Wednesday, December 13, 2006



Bethlehem (17th November’06)
Modern day Bethlehem is a far cry from the scenes of Christmas cards. Life is controlled by the Apartheid Wall and checkpoints. Martyr pictures cover the walls of the narrow streets and alleys of Dheisheh refugee camp, many killed by the Israeli army simply for being in the wrong place at the wrong time.

I witnessed not only huge suffering and struggles, but also the energy and vitality of young kindergarten children in the refugee camp. My heart simultaneously breaks and bursts with happiness as I think of those bright, beautiful, radiant children. Some of them will not make it. Some will not survive the bullets of the Israeli army. All of them will be humiliated by the army, and many will be arrested.

We visited a school in Al Khadr, near Bethlehem. It is one of many schools whose life and safety has been completely disrupted since the construction of the Apartheid Wall begun. The Israeli army bulldozed one wall of the playground, and now position themselves close to the classrooms, harassing, threatening and intimidating the children. The army frequently enters the school, breaks windows and disturbs the education of these boys. Last year the Occupying army killed two students in the school itself.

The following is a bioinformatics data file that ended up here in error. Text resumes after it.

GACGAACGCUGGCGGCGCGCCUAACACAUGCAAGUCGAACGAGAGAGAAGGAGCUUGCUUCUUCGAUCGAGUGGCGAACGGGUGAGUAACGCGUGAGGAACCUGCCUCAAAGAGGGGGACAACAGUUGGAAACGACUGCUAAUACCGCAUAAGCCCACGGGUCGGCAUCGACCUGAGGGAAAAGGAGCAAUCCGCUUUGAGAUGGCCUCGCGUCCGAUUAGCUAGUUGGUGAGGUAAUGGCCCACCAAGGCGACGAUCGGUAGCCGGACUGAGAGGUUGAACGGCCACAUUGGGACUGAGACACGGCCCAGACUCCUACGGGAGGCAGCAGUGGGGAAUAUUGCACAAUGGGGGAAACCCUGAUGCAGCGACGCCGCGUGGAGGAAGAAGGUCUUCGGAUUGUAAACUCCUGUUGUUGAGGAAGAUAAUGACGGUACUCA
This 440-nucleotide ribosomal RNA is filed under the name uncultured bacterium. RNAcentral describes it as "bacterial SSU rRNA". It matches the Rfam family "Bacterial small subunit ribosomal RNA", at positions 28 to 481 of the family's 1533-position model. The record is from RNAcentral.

Five or six schools in that district alone face similar problems. In Anata there have been several occasions of students and teachers being attacked with tear gassed and rubber bullets whilst they are in the school. The Wall has been built through their playground. In the village of Sarra, near Nablus, the army has been throwing sound bombs as the children leave school. International presence has, for the time being, deterred the army from returning.

We picked our way through the rubble of a bombed out Palestinian house in Beit Jala, near Bethlehem. From the remains of the second floor you see a snap shot of the Occupation. On top of the hill opposite, Gilo, an illegal Israeli settlement; to the right the Apartheid Wall under construction; below us a Settler only road; and under that a tunnel for Palestinians to use.

As an international solidarity worker the thing that makes it all bearable is the incredible spirit of the Palestinian people. To be with people who retain even a shred of hope and resilience in this situation is incredible.

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